My second concern is with the manipulation of our system of laws, of rights and freedoms, by those sworn to protect them. The casual use of the courts to achieve ends that cannot be obtained by elected representatives is a systemic failure and one that has fundamentally warped the nature of our country. The Bible says “the fear of the Lord is the beginning of wisdom”; in Canada today, the fear of the courts is the beginning of moral failure and compromise. Legislators sometimes draft their bills based not on what they think the law should be, but on what they think will survive a court challenge. Why bother to elect 338 MPs if the courts are going to have the final say?

Since courts seem to be treated reverentially as the last deposit of sagacious wisdom, predicting their response on any given topic is difficult. It’s becoming less difficult to predict the response of the government to a new court ruling. Complacent acceptance of a judge’s order is the norm. The Canadian government has never once exercised the notwithstanding clause. Not to defend human life, traditional family values, or common-sense border policies. It’s time they did so. Courts are to interpret the law as it is written, not to rewrite it at will.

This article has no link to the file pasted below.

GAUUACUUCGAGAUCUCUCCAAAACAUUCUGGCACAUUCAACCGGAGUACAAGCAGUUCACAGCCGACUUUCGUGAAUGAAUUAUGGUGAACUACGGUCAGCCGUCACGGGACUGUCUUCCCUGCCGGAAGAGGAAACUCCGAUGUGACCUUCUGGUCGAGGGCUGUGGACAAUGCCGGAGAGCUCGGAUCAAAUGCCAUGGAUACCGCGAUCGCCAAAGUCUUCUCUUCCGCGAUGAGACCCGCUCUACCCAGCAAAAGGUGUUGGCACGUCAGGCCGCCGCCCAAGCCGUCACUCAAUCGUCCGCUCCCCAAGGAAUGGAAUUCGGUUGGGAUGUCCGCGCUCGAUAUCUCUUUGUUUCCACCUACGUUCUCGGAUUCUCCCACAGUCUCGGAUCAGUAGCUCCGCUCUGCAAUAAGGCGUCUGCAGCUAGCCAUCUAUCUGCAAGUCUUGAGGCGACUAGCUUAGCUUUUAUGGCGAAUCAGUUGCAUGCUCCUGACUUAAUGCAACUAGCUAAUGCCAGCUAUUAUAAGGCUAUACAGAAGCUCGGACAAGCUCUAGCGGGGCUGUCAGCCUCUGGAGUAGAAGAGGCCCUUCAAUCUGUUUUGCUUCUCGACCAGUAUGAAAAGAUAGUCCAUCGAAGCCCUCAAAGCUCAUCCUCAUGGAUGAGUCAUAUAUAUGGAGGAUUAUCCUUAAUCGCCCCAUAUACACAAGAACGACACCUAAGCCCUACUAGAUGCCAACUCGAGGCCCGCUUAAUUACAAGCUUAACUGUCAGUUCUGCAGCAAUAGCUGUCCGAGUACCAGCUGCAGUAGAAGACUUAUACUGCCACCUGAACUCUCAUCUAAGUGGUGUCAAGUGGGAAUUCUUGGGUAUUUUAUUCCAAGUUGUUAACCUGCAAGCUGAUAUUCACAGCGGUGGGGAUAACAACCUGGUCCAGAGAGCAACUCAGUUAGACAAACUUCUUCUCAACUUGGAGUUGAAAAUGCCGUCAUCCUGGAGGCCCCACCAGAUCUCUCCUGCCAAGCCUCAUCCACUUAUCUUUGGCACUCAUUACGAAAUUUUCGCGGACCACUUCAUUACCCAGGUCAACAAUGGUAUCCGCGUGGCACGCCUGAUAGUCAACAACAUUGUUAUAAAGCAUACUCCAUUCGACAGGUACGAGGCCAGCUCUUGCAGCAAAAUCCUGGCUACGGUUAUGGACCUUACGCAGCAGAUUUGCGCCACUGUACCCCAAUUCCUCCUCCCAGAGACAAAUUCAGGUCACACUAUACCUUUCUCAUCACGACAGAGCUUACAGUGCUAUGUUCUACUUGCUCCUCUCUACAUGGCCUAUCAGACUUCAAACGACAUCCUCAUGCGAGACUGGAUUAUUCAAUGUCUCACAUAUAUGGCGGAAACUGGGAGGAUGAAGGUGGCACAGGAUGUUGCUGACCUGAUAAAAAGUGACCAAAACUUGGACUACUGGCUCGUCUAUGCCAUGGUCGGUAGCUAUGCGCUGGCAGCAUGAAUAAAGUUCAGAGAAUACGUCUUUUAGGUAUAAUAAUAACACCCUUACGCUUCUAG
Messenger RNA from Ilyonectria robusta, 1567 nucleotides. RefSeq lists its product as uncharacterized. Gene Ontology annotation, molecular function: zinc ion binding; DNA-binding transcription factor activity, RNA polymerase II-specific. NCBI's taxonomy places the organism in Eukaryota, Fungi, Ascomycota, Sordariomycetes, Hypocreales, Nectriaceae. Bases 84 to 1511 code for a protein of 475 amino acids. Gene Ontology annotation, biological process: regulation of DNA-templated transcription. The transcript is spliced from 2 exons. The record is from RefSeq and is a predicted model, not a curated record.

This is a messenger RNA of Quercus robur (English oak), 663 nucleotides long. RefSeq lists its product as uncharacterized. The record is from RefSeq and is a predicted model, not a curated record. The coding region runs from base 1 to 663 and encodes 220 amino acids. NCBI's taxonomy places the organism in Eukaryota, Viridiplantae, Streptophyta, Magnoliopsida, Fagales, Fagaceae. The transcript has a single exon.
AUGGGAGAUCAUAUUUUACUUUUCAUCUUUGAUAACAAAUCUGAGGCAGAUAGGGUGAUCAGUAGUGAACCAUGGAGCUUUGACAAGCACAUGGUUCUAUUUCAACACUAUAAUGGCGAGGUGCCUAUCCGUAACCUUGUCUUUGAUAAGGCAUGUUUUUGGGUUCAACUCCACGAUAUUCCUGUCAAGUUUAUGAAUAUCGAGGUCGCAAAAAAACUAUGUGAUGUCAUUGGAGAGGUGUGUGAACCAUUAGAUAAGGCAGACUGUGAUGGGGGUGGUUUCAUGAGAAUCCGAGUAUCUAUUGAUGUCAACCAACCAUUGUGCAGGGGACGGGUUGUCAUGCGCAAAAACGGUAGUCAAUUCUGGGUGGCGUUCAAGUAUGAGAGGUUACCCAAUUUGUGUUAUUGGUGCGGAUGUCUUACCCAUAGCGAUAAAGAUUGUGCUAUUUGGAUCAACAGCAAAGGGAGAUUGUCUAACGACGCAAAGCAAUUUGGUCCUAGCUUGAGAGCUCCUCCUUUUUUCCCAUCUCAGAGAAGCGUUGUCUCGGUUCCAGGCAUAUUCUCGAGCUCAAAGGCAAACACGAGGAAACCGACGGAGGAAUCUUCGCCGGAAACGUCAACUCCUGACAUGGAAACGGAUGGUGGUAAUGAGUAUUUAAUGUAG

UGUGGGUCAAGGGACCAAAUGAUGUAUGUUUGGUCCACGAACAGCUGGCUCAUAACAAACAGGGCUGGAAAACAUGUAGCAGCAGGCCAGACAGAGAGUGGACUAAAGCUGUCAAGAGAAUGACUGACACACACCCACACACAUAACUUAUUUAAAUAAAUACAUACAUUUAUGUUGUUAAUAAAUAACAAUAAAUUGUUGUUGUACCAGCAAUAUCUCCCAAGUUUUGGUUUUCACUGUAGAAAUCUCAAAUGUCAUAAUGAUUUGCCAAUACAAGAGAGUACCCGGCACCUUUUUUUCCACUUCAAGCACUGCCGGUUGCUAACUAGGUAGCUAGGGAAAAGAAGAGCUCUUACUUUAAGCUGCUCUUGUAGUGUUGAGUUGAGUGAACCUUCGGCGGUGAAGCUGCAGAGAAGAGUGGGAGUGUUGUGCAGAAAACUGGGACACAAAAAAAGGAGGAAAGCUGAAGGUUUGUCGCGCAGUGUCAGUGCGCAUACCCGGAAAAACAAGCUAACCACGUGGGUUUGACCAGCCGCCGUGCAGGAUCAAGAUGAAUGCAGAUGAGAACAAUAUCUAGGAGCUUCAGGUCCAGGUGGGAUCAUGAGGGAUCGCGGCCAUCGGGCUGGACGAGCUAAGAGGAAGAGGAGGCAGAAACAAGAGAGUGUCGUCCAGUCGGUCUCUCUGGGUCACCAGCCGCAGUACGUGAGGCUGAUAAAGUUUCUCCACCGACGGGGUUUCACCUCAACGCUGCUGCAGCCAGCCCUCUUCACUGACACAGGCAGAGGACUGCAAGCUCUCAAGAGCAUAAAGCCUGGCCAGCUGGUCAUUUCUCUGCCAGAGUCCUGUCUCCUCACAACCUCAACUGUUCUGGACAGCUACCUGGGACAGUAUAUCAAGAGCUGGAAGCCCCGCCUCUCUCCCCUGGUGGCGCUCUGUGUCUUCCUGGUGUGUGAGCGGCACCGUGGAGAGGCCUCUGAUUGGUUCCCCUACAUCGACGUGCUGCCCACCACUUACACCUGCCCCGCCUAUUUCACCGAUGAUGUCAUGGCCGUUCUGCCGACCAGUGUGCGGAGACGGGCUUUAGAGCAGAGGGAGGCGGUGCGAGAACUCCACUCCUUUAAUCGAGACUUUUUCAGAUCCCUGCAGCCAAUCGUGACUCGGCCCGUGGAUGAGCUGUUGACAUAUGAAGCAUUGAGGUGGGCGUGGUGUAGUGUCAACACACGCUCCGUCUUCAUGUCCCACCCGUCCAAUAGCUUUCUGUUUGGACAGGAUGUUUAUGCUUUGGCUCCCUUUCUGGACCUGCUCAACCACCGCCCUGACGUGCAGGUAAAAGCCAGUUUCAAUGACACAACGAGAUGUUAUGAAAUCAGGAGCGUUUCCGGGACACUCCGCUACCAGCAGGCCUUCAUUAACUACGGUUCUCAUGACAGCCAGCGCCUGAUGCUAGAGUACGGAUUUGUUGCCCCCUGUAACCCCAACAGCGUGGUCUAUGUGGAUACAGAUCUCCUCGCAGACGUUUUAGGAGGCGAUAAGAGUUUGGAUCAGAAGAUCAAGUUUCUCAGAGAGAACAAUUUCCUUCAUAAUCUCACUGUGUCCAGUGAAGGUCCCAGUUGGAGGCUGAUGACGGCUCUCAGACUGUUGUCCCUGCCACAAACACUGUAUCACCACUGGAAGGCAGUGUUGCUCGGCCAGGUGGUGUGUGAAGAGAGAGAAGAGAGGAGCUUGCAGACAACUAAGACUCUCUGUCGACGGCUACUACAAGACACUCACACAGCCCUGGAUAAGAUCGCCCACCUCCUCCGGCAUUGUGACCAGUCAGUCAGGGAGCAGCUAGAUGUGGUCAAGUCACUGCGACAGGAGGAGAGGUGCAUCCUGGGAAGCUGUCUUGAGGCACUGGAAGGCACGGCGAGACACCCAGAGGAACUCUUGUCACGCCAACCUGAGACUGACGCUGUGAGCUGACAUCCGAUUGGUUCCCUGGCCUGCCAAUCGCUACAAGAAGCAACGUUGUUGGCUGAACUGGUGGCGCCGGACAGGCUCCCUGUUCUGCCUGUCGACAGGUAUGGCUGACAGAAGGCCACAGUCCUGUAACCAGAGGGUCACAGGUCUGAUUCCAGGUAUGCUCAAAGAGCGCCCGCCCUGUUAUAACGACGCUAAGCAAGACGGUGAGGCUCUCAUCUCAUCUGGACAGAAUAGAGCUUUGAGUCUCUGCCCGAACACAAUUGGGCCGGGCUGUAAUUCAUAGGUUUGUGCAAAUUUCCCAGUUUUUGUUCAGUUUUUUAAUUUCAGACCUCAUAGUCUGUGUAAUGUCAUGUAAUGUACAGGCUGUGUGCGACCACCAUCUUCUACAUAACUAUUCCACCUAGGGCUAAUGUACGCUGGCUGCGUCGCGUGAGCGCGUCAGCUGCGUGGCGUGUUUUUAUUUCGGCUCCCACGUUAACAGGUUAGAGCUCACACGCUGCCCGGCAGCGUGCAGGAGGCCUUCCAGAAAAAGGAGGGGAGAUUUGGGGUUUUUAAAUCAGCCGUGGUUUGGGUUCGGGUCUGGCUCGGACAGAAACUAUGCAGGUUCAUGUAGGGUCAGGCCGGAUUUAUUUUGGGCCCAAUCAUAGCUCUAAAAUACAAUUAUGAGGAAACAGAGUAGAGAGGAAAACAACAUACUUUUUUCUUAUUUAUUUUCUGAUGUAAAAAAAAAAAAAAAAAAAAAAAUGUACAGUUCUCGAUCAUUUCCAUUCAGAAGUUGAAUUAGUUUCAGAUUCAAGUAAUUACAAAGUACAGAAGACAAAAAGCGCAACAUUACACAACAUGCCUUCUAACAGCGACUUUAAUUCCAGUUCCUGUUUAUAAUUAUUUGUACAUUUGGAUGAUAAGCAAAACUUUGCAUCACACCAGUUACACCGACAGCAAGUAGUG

The Christian Heritage Party believes that Canadian law should be written by those elected to represent us and in accordance with Canada’s deep moral traditions. Justice is not achieved by subjecting Canadians to the whims of an unelected judge. Join us in our quest for justice and good government at chp.ca.